|Publication number||US4757247 A|
|Application number||US 07/041,167|
|Publication date||Jul 12, 1988|
|Filing date||Apr 22, 1987|
|Priority date||Apr 22, 1987|
|Also published as||CA1285311C, EP0312553A1, WO1988008641A1|
|Publication number||041167, 07041167, US 4757247 A, US 4757247A, US-A-4757247, US4757247 A, US4757247A|
|Inventors||Michael H. Ranger|
|Original Assignee||Ncr Corporation|
|Export Citation||BiBTeX, EndNote, RefMan|
|Patent Citations (1), Referenced by (6), Classifications (7), Legal Events (11)|
|External Links: USPTO, USPTO Assignment, Espacenet|
This invention relates generally to stepping motor control systems and in particular to a control system for obtaining non-oscillatory single step operation of a stepping motor.
Stepping motors are generally used to move some form of apparatus from one position to another position with a high degree of accuracy. Stepping motors are designed with a number of null positions, e.g., 200 null positions for a single rotation of the motor's rotor. In a preferred mode of operation, when the rotor is to be advanced to the next null position, the advancement should take place quickly and without an undershoot and/or overshoot so as to facilitate the positioning of the driven apparatus in the quickest possible manner. Generally speaking, the rotor tends to overshoot the null position and to then reverse direction back towards the desired null position and to continue this oscillatory behavior for a period of time, which in turn decreases the accuracy of the positioning of the rotor to the null position while increasing the settling time of the rotor in its new null position.
The aforementioned problem has been recognized and attacked by prior art controllers. A representation of the state of the prior art, directed towards a solution of the above problem, is set forth in the teachings of the following listed patents:
U.S. Pat. No. 4,490,665 entitled, "Method For Driving A Stepper Motor" by R. C. Meyer;
U.S. Pat. No. 4,564,796 entitled, "Driving Circuit For A Stepping Motor" by T. Yoshimo et al.; and
U.S. Pat. No. 3,573,592 entitled, "Single Step Stepping Motor Control" by G. J. Agin.
In U.S. Pat. No. 4,490,665, the stepper motor is accelerated quickly by applying a high level drive voltage during the initial stepping phase of motor operation and therafter reducing the high voltage to a normal standby or low voltage. In U.S. Pat. No. 4,564,796, a driving circuit drives the stepping motor in a two-phase operation and switches to a single-phase operation immediately before stopping the motor, thereby achieving a degree of stability in the stopped position. In U.S. Pat. No. 3,573,592, the stepping motor is driven in the usual manner with drive triggers to start the step operation and upon nearing the null position gating circuitry is used to obtain a one step-backward function for terminating the single step operation.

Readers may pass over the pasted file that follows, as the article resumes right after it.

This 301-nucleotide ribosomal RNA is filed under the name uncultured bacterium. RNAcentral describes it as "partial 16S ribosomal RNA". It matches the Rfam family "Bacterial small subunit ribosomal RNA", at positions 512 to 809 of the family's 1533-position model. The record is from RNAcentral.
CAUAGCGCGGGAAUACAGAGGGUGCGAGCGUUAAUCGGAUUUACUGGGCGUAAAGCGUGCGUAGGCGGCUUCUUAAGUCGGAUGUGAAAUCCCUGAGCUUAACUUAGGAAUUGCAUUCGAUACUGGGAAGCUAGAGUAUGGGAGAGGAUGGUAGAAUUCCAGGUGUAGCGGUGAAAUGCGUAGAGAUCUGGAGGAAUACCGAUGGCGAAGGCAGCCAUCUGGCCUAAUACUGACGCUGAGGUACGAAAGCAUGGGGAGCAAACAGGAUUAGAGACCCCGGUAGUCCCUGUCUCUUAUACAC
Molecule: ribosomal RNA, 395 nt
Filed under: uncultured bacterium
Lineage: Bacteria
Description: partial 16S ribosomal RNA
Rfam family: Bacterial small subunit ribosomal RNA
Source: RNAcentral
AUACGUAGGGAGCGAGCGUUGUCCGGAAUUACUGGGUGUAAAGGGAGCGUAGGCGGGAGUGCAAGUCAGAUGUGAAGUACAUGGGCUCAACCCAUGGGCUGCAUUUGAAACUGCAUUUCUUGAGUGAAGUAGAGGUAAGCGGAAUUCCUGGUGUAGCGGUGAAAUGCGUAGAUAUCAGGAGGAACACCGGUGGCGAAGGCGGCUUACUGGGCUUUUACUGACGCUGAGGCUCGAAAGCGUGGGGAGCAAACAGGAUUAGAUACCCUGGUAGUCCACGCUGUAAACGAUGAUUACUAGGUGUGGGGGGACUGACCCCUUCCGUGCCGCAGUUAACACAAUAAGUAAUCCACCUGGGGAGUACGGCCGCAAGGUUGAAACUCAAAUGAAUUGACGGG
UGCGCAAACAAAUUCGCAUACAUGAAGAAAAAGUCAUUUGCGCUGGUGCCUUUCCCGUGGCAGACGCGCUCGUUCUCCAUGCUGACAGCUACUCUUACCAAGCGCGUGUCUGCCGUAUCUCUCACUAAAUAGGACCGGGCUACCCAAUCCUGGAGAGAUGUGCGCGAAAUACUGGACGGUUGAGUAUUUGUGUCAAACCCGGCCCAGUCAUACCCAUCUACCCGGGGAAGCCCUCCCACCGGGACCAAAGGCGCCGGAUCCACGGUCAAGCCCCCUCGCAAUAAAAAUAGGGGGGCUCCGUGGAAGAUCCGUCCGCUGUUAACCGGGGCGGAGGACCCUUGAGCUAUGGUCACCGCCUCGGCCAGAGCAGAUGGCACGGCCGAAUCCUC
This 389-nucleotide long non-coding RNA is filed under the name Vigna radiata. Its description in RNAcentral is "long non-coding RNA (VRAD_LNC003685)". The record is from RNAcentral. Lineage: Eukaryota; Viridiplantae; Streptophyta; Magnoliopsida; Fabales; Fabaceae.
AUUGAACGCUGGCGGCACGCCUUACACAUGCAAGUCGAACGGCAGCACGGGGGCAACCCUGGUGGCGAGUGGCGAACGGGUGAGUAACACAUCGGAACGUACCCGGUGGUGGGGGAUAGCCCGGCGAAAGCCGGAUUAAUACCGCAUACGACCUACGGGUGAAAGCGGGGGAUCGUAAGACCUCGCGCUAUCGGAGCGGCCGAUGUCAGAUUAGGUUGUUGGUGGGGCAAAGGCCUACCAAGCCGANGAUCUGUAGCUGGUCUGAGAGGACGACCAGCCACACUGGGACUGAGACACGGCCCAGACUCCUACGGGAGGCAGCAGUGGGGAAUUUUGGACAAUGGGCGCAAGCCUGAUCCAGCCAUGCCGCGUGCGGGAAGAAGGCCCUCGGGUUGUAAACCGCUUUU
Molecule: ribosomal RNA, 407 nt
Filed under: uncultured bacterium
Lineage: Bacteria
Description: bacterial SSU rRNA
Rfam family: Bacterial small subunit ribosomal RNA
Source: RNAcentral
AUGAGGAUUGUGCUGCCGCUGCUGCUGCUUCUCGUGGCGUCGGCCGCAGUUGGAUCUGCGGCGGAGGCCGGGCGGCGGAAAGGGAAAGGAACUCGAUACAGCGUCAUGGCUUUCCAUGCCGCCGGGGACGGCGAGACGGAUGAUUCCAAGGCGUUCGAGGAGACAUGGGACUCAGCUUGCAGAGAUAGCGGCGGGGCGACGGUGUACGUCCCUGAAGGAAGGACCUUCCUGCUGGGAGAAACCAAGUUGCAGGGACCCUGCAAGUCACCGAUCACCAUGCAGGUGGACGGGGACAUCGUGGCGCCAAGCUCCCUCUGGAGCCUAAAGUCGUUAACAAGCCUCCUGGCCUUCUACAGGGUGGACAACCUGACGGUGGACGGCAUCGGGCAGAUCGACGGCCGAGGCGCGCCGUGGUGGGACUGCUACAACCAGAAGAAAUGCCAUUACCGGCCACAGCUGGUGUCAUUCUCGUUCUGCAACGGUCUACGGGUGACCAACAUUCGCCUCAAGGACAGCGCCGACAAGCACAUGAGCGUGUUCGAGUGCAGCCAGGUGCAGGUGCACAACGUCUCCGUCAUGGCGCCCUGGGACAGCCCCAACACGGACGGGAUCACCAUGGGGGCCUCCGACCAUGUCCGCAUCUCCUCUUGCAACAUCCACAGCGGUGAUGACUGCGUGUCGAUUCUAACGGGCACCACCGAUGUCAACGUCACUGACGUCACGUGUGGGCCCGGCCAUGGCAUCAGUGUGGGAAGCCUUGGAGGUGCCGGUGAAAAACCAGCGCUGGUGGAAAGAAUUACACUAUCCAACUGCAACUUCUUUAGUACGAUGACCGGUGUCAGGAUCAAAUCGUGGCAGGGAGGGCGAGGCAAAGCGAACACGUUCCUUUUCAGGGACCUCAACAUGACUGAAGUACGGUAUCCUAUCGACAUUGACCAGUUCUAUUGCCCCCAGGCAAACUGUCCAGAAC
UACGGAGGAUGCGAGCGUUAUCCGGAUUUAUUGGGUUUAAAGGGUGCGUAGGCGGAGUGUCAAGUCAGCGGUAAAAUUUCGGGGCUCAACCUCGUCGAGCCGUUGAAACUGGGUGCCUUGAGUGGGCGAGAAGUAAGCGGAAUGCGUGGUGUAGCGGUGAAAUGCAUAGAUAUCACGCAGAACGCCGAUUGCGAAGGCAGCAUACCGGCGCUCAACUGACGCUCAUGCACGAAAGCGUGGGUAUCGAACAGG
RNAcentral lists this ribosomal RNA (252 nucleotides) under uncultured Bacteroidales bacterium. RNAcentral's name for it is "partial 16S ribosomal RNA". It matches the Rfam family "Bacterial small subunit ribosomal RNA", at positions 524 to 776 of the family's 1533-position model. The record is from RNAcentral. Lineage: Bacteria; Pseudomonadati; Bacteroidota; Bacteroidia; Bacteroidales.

Generally stated, it is an object of the present invention to provide an improved single step control system for a stepping motor.
It is another object of the present invention to provide a controller which initiates rotor movement to a null position using a drive voltage and prior to the rotor reaching the null position, automatically applies a current source from a voltage substantially greater than the driving voltage to cause the rotor to lock to the null position with minimum overshoot.
It is an object of this invention to provide a single step controller for a stepping motor which assures a high degree of accuracy in rotor positioning at each step of the motor.
In the present invention, the control system is comprised of a stepping motor having a first and a second pair of windings and a means for selectively applying a first voltage level to a selected winding of the first and second pair of windings to cause the motor to step towards a null position. Additionally provided is a means for applying a current source from a second voltage of higher level than the first voltage to the selected windings prior to the motor reaching the null position.
The above and other objects of the present invention will become more apparent when taken in conjunction with the following description and drawings wherein like characters indicate like parts and which drawings form a part of the present disclosure.
FIG. 1 is a simplified schematic diagram of the preferred embodiment of the invention.
FIG. 2 is a table, to be used in conjunction with the description of the embodiment of FIG. 1, for enabling an understanding of the operation of the preferred embodiment.
FIGS. 3, 3A, 3B and 3C, assembled in accordance with the map of FIG. 3, illustrate in block schematic form a first portion of the preferred embodiment of the invention.
FIG. 4 illustrates in block schematic form the second and remaining portion of the preferred embodiment which includes the driver circuitry for the stepping motor.